According to a study by Bulgren, Marquis, Lenz, Deshler, and Schumaker (2011), the process of developing questions and ways in which to answer them during reading must be taught explicitly. This involves having students ask one key question that enables them to identify the main idea and the details that support it and to explore the relationships between ideas.
Graphic organizers can be used to illustrate key concepts. Additional comprehension strategies can be taught to answer questions for which the students did not find answers.
De La Paz (2005)
Learning to use an explicit three-step strategy (Wineburg, 1991a, 1991b), students with LDs can develop the ability to understand authentic historical documents, to take notes on these texts, and to use these notes in order to prepare to write a persuasive essay.
Following this three-step strategy, the students:
- Consider the source of the text and, based on this information, analyze it to identify any potential errors in the presentation of the events;
- Learn to identify and then set aside incorrect or unreliable information and to focus on facts that are consistent in multiple sources; and
- Write up notes on the most relevant information from the most reliable sources.
Teaching history to students with LDs is based on pedagogical practices that involve explicit instruction, clear concepts, guided reflections, and high-level questions. Elements such as the active engagement of students, the use of graphics and note-taking, interaction among students, and metacognitive strategies also support comprehension of historical concepts.
- What strategies for teaching history to students with learning disabilities were you already familiar with?
- The authors identify several obstacles to teaching history to students with learning disabilities. Did any of these obstacles surprise you? Had you observed any of the obstacles in your professional practice?
- Of the four pedagogical situations presented (teaching concepts, surveys based on a project, questioning the author, and historical reasoning), which would be most appropriate for your professional practice setting? Why?
- Think about one of the four pedagogical situations presented (teaching concepts, surveys based on a project, questioning the author, and historical reasoning); what additional information would you need in order to implement it in your professional practice setting?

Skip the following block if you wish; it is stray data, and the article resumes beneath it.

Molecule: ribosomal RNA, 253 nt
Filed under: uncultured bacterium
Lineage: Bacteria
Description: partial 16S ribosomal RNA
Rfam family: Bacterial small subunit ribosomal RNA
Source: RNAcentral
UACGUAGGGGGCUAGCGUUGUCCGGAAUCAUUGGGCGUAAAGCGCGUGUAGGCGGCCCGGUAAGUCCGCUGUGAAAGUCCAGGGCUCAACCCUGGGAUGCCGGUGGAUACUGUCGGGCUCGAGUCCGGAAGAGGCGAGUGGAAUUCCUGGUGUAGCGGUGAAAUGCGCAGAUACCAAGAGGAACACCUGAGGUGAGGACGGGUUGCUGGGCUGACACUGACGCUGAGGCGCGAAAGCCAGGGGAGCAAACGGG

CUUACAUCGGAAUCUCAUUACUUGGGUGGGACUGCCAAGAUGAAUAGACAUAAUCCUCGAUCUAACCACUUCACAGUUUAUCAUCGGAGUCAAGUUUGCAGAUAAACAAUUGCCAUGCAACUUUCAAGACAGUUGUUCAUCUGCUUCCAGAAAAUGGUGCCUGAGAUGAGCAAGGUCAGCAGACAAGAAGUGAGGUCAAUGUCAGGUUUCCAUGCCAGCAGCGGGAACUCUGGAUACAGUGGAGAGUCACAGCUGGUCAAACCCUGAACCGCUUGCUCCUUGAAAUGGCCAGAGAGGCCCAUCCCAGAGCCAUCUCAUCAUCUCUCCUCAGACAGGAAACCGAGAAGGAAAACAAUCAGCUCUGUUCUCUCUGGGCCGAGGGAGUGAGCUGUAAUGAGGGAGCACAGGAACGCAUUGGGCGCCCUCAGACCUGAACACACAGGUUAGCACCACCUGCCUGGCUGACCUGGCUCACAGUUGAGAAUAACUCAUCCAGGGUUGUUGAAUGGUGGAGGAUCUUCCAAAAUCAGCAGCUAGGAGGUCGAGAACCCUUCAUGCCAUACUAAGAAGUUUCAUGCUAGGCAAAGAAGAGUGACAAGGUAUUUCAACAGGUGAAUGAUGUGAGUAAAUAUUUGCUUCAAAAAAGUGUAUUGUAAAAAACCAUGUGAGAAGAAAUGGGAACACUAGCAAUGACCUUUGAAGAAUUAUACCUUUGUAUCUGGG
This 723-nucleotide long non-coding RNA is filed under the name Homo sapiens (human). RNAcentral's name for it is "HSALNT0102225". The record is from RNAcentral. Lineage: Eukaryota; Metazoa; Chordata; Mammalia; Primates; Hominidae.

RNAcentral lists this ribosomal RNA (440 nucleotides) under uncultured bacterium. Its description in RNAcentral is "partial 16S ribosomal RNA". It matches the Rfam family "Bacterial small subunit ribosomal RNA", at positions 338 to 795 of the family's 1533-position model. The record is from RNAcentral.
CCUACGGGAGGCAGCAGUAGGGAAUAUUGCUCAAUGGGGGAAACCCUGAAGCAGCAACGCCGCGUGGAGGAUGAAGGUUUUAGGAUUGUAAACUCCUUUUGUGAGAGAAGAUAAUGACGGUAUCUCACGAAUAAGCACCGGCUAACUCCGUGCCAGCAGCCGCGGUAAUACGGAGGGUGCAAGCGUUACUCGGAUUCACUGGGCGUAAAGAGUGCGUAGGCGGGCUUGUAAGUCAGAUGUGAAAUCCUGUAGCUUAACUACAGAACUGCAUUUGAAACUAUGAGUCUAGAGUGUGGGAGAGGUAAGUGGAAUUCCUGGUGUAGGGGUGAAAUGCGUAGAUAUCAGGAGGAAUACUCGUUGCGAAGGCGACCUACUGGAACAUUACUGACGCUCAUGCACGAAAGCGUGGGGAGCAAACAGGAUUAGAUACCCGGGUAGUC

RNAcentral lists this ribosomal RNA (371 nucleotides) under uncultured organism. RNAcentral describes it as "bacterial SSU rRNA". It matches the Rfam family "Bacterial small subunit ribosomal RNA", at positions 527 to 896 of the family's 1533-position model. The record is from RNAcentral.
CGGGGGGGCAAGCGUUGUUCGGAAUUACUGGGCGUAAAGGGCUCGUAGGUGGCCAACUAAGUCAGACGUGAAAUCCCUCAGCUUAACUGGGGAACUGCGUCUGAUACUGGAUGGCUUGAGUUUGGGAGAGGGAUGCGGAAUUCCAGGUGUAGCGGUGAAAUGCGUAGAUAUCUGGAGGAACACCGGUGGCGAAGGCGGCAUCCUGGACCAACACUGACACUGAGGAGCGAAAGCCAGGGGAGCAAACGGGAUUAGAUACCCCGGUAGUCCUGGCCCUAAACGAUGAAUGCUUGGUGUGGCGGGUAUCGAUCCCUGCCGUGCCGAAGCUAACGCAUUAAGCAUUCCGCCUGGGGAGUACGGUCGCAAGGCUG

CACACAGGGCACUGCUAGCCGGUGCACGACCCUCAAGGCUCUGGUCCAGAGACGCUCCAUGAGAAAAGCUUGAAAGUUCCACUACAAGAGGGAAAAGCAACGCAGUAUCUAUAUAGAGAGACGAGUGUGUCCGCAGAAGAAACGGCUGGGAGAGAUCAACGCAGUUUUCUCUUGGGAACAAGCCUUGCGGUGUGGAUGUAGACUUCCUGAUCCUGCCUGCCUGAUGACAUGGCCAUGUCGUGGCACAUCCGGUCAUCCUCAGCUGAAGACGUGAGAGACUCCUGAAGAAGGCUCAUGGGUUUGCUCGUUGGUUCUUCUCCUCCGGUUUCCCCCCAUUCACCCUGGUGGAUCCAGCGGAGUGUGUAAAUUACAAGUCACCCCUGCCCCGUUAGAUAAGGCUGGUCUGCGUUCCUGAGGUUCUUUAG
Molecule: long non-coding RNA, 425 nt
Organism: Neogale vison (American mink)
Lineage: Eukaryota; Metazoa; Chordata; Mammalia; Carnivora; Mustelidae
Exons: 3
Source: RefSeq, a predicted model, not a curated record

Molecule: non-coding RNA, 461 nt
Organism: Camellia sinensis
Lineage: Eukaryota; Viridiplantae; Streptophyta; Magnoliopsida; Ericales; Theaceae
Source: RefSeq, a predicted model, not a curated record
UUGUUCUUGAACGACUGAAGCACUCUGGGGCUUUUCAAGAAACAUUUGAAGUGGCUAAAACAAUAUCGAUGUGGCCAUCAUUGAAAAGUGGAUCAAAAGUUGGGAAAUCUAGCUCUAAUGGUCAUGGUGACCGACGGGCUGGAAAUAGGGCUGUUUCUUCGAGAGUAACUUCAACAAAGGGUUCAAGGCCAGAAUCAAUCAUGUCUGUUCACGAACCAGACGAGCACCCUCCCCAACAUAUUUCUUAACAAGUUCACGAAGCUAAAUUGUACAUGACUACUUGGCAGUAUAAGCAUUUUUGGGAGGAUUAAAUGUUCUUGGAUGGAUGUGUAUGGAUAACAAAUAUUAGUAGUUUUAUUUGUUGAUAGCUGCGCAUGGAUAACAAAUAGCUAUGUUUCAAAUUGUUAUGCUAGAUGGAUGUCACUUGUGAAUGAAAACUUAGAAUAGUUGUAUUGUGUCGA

Related Resources on the LD@school Website
Beck, I. L. et McKeown, M. G. (2006). Improving reading comprehension with Questioning the Author. New York: Scholastic.
Beck, I., McKeown, M. G., Worthy, J., Sandora, C. et Kucan, L. (1996) Questioning the author: A yearlong classroom implementation to engage students with text. Elementary School Journal, 96, 385-414.
Beck, I. L., McKeown, M. G., Sinatra, G. M., & Loxterman, J. A. (1991). Revising social studies text from a text-processing perspective: Evidence of improved comprehensibility. Reading Research Quarterly, 251-276.
Bulgren, J. A., Marquis, J. G., Lenz, B. K., Deshler, D. D., & Schumaker, J. B. (2011). The effectiveness of a question-exploration routine for enhancing the content learning of secondary students. Journal of Educational Psychology,103(3), 578.
Carnine, D., Crawford, D., Harniss, M. et Hollenbeck, K. (1996). Understanding U.S. history : Vol.1Through 1914. Available at www.jacketflap.com/considerate-pub-publisher-1202.
De La Paz, S. (2005). Effects of Historical Reasoning Instruction and Writing Strategy Mastery in Culturally and Academically Diverse Middle School Classrooms. Journal of Educational Psychology, 97(2), 139.
Ferretti, R. P., MacArthur, C. D., & Okolo, C. M. (2001). Teaching for historical understanding in inclusive classrooms.Learning Disability Quarterly, 24(1), 59-71.
Ferretti, R. P., MacArthur, C. D., & Okolo, C. M. (2005). Misconceptions about History: Reflections on Teaching for Historical Understanding in an Inclusive Fifth-grade Classroom. Advances in learning and behavioral disabilities, 18, 261-299.
Ferretti, R. P., MacArthur, C. A., & Okolo, C. M. (2007). Students' misconceptions about US westward migration.Journal of learning disabilities, 40(2), 145-153.
Graves, M. F. (1988). Some Characteristics of Memorable Expository Writing: Effects of Revisions by Writers with Different Backgrounds. Research in the Teaching of English, 22(3), 242-65.
MacArthur, C. A., Ferretti, R. P., & Okolo, C. M. (2002). On Defending Controversial Viewpoints: Debates of Sixth Graders About the Desirability of Early 20th‐Century American Immigration. Learning Disabilities Research & Practice, 17(3), 160-172.
Okolo, C. M., Ferretti, R. P. : History instruction for Students with Learning Disabilities in Handbook of learning disabilities, second edition In Swanson H. L., Harris K. R. and Graham S. (Eds.), The Guilford Press.
Okolo, C. M., Ferretti, R. P., & MacArthur, C. A. (2007). Talking About History Discussions in a Middle School Inclusive Classroom. Journal of learning disabilities, 40(2), 154-165.
Rosenshine, B., Meister, C., & Chapman, S. (1996). Teaching students to generate questions: A review of the intervention studies. Review of educational research, 66(2), 181-221.
Voss, J. F., & Silfies, L. N. (1996). Learning from history text: The interaction of knowledge and comprehension skill with text structure. Cognition and Instruction, 14(1), 45-68.
Wineburg, S. S. (1991). Historical problem solving: A study of the cognitive processes used in the evaluation of documentary and pictorial evidence. Journal of Educational Psychology, 83(1), 73-87.
Wineburg, S. S. (1991). On the reading of historical texts: Notes on the breach between school and academy.American Educational Research Journal, 28(3), 495-519.